3 Things To Do With Your Grief

Asha Tarry, Life Coach

Grief is the loss of a significant person, event, or concept that can create tremendous pain and sadness for the bereaved. Grief is an experience that’s hard to talk about, but it’s also harder to live with. And as these complicated, and multiple crises continue to test our tenacity there are a few ways I wanted to talk about what to do about your grief. I created a short list that I call “3 Things To Do With Your Grief” as an introduction to the education we all could use about healing grief. Feel free to send me a note on IG or an email and let me know what was useful about any of this.

To begin…

      1. Believe your grief. If you have experienced the loss of a parent, a child, a pet, a job, income, health, ability or anything else that was meaningful to you, including the fantasy of what you wished could be you may be feeling sad, depressed, anxious, sleepless, restless and possibly other types of confusion, anger or physical pain. If in your own mind you are able to accept that this is now your life—one in which has a void—it’s okay to feel any of those things I just mentioned, at any given time, in any given place, and also without warning. You don’t necessarily need someone else to deny your experience, you may be doing it yourself. If this could help, look back and pause and notice how you’ve been functioning. It may be somewhat different, or significantly different. Believe yourself and listen to your body and what it is telling you. Then breathe, write or seek support in your bereavement so you can continue living.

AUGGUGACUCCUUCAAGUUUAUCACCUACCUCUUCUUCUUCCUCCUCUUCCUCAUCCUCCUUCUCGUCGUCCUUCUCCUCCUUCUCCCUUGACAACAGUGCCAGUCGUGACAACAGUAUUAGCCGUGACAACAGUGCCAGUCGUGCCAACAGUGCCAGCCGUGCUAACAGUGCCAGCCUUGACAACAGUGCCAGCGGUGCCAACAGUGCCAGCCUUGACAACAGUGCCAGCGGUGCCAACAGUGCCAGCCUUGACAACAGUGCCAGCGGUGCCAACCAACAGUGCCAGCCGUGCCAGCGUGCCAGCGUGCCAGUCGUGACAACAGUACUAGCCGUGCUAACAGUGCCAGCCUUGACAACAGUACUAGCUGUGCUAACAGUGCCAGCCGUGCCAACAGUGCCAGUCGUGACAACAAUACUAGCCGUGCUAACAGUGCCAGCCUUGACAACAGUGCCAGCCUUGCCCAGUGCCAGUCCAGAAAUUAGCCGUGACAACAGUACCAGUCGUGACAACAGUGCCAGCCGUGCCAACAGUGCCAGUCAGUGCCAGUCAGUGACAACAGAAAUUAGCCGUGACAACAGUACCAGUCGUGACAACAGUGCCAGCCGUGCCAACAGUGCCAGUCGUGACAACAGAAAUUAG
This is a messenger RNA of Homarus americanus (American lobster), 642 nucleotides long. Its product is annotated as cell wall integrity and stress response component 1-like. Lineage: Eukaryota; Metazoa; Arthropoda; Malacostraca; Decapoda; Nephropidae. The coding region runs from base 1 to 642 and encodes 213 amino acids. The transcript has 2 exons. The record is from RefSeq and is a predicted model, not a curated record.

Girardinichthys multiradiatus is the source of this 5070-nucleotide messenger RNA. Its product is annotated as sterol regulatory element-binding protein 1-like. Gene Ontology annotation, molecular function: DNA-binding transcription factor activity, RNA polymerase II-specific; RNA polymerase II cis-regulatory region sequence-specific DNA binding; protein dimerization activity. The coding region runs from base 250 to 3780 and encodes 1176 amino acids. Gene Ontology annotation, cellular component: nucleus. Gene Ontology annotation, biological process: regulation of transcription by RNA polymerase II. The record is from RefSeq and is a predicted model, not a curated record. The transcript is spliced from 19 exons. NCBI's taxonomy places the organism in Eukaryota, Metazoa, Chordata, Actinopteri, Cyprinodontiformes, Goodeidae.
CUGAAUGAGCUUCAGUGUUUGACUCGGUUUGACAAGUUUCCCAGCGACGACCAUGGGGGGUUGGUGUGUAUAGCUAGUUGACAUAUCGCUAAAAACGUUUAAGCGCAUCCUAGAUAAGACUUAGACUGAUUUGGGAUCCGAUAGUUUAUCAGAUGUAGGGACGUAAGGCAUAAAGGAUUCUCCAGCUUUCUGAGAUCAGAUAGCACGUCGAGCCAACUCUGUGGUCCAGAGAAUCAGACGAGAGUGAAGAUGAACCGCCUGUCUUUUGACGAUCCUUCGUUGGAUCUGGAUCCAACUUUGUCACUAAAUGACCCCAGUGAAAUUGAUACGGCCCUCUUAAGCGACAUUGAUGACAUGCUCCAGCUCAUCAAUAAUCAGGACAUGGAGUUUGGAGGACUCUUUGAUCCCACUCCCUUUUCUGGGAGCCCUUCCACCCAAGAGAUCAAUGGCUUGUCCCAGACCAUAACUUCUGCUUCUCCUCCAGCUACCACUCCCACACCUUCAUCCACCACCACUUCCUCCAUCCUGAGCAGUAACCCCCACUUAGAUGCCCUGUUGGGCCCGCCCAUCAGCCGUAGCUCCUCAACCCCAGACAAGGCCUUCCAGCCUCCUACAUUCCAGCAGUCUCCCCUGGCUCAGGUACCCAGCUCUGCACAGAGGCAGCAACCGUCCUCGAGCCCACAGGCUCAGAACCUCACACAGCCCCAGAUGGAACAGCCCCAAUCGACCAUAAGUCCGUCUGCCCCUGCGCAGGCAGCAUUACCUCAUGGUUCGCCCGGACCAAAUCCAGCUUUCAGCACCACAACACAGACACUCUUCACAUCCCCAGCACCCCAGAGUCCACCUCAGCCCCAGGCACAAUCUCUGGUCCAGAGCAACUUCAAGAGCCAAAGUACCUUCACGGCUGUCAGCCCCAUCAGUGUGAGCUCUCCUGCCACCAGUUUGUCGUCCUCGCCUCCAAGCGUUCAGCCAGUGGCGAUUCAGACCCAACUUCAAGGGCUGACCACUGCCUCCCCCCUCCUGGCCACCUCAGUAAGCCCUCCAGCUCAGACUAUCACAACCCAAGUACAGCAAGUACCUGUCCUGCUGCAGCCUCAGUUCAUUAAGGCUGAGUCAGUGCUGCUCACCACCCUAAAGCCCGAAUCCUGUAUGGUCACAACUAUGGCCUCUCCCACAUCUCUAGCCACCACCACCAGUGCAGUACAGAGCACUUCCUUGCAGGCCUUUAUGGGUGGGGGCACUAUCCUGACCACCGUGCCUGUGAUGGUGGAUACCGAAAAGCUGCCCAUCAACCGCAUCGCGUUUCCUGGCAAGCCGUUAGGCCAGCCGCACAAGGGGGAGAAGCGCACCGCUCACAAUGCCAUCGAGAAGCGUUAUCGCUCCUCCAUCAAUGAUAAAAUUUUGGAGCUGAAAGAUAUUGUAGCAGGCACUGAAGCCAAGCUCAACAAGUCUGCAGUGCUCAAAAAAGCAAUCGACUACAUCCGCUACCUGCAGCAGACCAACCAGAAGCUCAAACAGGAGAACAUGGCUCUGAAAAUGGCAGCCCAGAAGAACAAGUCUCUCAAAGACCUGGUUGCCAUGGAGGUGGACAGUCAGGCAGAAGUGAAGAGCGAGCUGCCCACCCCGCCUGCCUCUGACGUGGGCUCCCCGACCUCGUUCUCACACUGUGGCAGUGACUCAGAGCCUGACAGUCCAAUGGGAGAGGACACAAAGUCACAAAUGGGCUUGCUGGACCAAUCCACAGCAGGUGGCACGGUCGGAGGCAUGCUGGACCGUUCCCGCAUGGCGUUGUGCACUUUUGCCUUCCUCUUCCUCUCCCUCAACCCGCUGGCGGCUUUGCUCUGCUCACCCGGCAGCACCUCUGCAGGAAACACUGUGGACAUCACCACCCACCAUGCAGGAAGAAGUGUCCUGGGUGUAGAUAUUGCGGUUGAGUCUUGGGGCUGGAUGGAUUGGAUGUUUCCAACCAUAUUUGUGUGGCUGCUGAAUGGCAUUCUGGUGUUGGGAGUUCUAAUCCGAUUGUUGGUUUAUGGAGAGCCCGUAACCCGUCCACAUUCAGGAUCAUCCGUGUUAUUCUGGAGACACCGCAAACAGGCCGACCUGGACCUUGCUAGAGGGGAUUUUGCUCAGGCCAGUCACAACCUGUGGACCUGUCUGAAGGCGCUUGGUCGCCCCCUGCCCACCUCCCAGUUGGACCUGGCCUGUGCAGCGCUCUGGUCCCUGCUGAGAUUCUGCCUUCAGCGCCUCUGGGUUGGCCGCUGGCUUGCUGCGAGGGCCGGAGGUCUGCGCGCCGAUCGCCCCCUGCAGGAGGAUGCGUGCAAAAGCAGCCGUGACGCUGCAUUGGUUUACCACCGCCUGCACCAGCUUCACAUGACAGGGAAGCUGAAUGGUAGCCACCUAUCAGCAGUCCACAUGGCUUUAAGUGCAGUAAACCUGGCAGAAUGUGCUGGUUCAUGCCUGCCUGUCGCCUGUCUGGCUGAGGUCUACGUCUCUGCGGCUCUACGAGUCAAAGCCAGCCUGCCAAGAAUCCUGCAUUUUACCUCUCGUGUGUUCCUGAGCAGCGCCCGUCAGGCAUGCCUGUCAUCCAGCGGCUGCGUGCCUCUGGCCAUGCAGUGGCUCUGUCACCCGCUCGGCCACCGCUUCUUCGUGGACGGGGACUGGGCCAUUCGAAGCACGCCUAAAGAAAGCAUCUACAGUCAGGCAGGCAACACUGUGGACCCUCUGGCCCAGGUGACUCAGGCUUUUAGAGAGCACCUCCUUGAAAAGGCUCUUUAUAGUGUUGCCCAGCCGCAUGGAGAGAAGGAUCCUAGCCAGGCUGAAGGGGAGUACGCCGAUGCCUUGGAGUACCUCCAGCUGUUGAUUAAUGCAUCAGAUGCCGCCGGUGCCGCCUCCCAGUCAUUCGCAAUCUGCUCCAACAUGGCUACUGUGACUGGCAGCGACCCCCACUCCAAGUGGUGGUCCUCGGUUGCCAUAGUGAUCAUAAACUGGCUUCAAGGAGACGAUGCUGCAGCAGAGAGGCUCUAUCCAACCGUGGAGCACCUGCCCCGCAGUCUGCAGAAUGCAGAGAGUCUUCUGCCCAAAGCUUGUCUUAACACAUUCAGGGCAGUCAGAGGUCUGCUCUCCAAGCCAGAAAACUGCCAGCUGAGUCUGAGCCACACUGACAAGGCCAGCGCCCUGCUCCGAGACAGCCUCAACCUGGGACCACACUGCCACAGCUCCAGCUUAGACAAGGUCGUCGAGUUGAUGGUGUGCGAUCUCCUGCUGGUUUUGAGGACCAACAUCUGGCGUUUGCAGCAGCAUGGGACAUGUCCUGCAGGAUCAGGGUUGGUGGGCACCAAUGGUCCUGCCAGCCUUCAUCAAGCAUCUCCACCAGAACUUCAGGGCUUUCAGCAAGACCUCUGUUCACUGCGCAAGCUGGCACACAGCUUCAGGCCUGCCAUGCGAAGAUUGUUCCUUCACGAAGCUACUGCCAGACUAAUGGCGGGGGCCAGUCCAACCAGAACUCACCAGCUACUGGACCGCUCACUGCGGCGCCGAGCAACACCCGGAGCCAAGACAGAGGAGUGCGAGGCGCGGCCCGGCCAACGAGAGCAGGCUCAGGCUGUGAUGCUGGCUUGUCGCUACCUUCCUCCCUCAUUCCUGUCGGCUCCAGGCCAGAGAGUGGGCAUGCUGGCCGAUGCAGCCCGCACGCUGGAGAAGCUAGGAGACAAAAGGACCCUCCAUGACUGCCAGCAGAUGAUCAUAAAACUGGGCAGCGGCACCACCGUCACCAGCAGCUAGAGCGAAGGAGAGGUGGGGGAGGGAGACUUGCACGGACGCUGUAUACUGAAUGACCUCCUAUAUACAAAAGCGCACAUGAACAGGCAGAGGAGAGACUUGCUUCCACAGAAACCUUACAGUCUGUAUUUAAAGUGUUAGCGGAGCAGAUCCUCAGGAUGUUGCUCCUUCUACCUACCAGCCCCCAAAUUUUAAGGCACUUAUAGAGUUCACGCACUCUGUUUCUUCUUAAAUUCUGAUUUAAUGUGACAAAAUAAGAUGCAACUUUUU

2. Be patient with your grief. It may be hard to accept that your grief could be enduring. You may want it to end so desperately that you criticize yourself for feeling down. Or someone judges you for crying or being angry that what you lost can’t be here with you anymore. In February, I was interviewed on NPR Life Kit discussing how to help bereaved parents coping with pregnancy and infant loss. One of the questions I was asked was related to how co-survivors can assist grieving people and it’s to be patient with their process. Let them do whatever they need to do to cope (as long as it’s not harming themselves or someone else). It’s not your process and it’s not your place to judge when and how they heal. If you worry that they aren’t able to live beyond the grief then suggest a professional mental health provider or a grief support group. We all need to do better at taking each step a little slower and with more compassion with loss.

      3. Share your stories of grief with others. One of the things I hear when people have experienced grief is that they felt so alone in it. They didn’t talk about their grief. They were ashamed that they may have been “grieving unsuccessfully.” That’s partly the pressures the mental health and medical systems have projected onto people when their grief has endured beyond 6 months. Well, that’s unrealistic and uncaring. A lot of people right now are going to work every day, raising their families, living in the world and still feel a heavy heart. And on holidays they may spend it alone or with others while enduring the pain of their loved ones being gone all over again. Most times, people have ignored them after a few months, forgotten about their loss or have stopped considering what it’s like to be in that other person’s shoes—they’ve lacked empathy. Subsequently, many, many people have remained silently depressed over their loss. If there’s anything I would suggest we do differently is to write down the dates or keep a momento of someone that was important to us or our friends and family so we can check on them at holidays, before holidays, and around celebrations and other transitions too, including happy transitions.

If this has shed light on your situation, or someone’s situation you know, please share. I am always curious about what stuck.

Until next time…


*This blog is about becoming free. It’s a reflection of introspective thoughts and experiences that have crossed miles of self-discovery. I created this blog to inspire others to live life with less self-criticism, judgment and openness to new experiences. May you find that you learn how to live a life by design and on your own terms!*

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